110 off 220 Pump

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  #1  
Old 10-21-00, 11:09 AM
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I have a 220 Well pump that is fed by 3-wire 220 from the house, one hot, one neutral and ground. Thus, combined 220 arrives at my pump house and is wired directly to the pump. Is there any way to get 110 for occasional lighting in the shed without rerunning a different direct-burial wiring out there?
 
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  #2  
Old 10-21-00, 02:56 PM
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Hello, Doncon:

What you have at your pump is one wire with 110 vac, one wire with 110 vac, a common (neutral) and, hopefully a ground. The difference in potential between the two wires is 220 vac. In some circumstances (in older installations), the neutral and the ground are considered common. The new systems employ all four wires.

In your situation, you can tap one leg of the 220 vac line (which is 110 vac) and the neutral for a minimum service installation (your light). I would suggest that you not involve any heavy installations on this type of lash-up because it does bad things to the balance of power on your main circuit box.
But, a light is considered minimal impact and is, in most cases, an acceptable addition to the circuit.

One of Sparky's admirers,

Smokey
 
  #3  
Old 10-21-00, 08:34 PM
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Thanks for the info! The wiring from the special pump breaker box to the pump house is 12/2 + Ground, so the bare wire is carrying the neutral and there is no real ground. If I come off one side of the pump for a light-duty 110/120 circuit, should I put in a ground rod for additional safety? It's about a 100 ft. underground run.

 
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Old 10-21-00, 08:51 PM
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What you have is a 12/2wGrnd cable. This cable is alright to use for the 220 volt pump because no neutral is being used.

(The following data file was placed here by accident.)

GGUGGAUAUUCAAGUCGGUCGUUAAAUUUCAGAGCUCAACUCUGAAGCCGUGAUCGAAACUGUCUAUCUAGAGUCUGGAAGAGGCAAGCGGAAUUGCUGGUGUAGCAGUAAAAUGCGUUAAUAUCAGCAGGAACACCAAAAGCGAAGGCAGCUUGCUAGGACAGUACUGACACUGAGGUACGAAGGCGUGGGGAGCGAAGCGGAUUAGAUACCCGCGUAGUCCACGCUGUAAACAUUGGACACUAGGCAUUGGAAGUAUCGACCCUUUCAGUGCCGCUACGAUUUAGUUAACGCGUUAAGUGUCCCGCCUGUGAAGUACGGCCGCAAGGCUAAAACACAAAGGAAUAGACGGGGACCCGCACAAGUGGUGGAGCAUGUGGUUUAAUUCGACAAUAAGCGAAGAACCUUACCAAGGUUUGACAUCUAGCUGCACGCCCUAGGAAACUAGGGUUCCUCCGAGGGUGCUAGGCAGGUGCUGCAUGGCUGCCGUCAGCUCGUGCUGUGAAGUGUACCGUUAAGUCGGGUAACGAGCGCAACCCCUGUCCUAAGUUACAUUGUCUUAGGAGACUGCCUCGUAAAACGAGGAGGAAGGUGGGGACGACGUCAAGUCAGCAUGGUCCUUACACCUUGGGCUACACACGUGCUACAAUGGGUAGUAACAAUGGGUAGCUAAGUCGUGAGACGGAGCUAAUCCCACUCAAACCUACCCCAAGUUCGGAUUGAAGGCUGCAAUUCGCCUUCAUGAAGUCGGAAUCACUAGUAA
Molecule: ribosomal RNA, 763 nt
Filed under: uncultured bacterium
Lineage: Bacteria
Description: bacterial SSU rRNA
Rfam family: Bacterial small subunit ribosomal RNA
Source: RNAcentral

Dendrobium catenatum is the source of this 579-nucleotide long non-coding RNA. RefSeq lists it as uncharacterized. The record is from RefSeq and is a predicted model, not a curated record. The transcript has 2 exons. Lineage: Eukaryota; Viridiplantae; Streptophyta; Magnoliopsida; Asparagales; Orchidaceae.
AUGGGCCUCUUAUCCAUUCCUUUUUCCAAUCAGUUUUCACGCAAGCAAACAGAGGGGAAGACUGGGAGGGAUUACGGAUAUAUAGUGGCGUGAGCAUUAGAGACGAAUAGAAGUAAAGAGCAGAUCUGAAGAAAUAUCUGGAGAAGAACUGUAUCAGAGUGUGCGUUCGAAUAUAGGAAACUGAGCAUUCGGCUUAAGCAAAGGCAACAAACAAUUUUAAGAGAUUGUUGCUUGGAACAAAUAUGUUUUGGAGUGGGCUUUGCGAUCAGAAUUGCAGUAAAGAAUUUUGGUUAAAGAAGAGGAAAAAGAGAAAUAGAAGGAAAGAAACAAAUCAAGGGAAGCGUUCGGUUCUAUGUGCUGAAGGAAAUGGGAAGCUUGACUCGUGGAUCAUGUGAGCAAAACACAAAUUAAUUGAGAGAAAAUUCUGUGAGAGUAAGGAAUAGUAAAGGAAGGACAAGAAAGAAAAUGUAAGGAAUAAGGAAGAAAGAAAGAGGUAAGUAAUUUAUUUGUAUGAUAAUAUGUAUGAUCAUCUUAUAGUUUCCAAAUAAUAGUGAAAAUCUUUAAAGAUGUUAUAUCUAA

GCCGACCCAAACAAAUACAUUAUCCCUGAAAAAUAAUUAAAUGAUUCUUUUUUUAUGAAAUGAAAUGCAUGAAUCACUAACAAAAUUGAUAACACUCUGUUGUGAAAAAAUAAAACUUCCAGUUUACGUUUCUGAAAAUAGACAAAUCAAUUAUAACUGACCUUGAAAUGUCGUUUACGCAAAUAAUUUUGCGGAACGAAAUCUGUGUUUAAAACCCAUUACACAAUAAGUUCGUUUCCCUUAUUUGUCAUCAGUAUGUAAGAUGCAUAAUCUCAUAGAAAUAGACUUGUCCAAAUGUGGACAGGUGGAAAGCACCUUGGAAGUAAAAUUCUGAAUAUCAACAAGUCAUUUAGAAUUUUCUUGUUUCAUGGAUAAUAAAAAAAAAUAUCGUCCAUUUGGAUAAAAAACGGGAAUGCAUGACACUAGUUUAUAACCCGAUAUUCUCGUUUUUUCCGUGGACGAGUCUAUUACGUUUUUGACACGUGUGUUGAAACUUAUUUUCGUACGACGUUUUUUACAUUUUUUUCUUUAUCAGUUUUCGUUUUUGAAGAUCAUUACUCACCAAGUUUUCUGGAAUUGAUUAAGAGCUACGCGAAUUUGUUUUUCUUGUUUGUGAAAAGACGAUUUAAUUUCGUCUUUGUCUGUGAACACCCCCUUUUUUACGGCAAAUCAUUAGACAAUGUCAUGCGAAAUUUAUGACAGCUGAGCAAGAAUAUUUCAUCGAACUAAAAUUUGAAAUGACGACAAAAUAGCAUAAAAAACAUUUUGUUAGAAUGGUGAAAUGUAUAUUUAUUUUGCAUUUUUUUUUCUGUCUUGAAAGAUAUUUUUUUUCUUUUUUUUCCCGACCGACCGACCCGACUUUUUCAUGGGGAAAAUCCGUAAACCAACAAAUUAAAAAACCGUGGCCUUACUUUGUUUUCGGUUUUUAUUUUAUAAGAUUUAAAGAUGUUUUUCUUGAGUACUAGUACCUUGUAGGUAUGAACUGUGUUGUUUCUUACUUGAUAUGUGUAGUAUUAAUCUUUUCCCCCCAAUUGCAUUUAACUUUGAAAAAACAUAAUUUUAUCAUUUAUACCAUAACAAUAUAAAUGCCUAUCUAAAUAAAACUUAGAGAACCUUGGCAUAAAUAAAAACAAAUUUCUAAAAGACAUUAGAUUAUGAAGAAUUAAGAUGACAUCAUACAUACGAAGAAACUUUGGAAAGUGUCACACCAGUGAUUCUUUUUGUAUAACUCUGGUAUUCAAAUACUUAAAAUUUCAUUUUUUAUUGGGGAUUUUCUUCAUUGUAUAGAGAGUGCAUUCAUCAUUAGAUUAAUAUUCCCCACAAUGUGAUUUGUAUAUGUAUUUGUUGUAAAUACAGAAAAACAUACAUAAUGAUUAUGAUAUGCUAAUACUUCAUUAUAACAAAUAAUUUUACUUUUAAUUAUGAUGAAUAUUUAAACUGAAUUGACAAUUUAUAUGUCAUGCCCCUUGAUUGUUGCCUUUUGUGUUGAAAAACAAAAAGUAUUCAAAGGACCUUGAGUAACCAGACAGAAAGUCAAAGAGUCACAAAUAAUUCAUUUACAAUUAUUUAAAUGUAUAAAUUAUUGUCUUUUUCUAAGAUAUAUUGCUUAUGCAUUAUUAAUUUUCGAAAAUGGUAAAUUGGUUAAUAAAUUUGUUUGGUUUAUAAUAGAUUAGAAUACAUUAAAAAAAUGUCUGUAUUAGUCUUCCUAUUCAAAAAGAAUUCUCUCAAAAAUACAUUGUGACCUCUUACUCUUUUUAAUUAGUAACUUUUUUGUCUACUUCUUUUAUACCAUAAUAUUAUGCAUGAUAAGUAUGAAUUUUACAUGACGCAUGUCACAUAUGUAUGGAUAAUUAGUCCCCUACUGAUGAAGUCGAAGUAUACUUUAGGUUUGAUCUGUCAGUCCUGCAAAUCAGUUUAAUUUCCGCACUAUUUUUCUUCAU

You must not use this cable for a 110 volt use.

Your conductors in this cable is two conductors that will read 120 volts to ground each. The black and white will read 220 volts between these two conductors.

You have no insulated neutral. You only have a bare grounding conductor. You must not use a bare grounding conductor for a grounded neutal. The return path for you lighting is a grounded conductor but it will carry current. No bare wire is allowed to be used as a current carrying conductor.

DO NOT USE THIS CABLE TO YOUR OUT BUILDING FOR BOTH 220 VOLT AND FOR A 120 VOLTS SYSTEM. If you used your bare wire for the return path of you 120 volt circuit you would be creating a major shock hazard.

Run a 10/3wGrnd UF cable buried 18" deep to your out building. This cable will have a black red white and bare wire in this cable. You then can install a small breaker panel and power your pump and lighting and receptacles in you outbuilding. Do not install a ground rod. Your grounding source will be the fourth wire in the 10/3wGrnd UF cable. This makes you panel in the outbuilding a sub panel and the neutrals and ground must be separated in the outbuilding because the outbuilding panel is a subpanel using the main building grounding source.

Good Luck

Wg
 
  #5  
Old 10-22-00, 11:04 AM
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take the advice of w-goodrich. You CANNOT use the existing wire arrangement to run a 110v circuit. My understanding is that currently you have 2 insulated wires and a bare ground wire going to your pump. This works fine for a 220v only application, but cannot be used for 110v because there is no neutral (white) wire present. Both insulated conductors supply power to your pump and no neutral wire is required for your pump operation. DO NOT use the bare ground wire for the heutral wire. Although it would work, you would be energizing the entire ground system in you house which would create a dangerous situation which could result in someone electrocuting themselves.The only option is to wire a sub-panel at your shed as outlined by w-goodrich. Not really a simple solution to a simple problem, but the only safe and proper way to solve it.
 
  #6  
Old 10-22-00, 12:32 PM
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Install a 220V receptical at the pump,
and use a 220 to 110 trasformer, else run
another cable to get 110.
 
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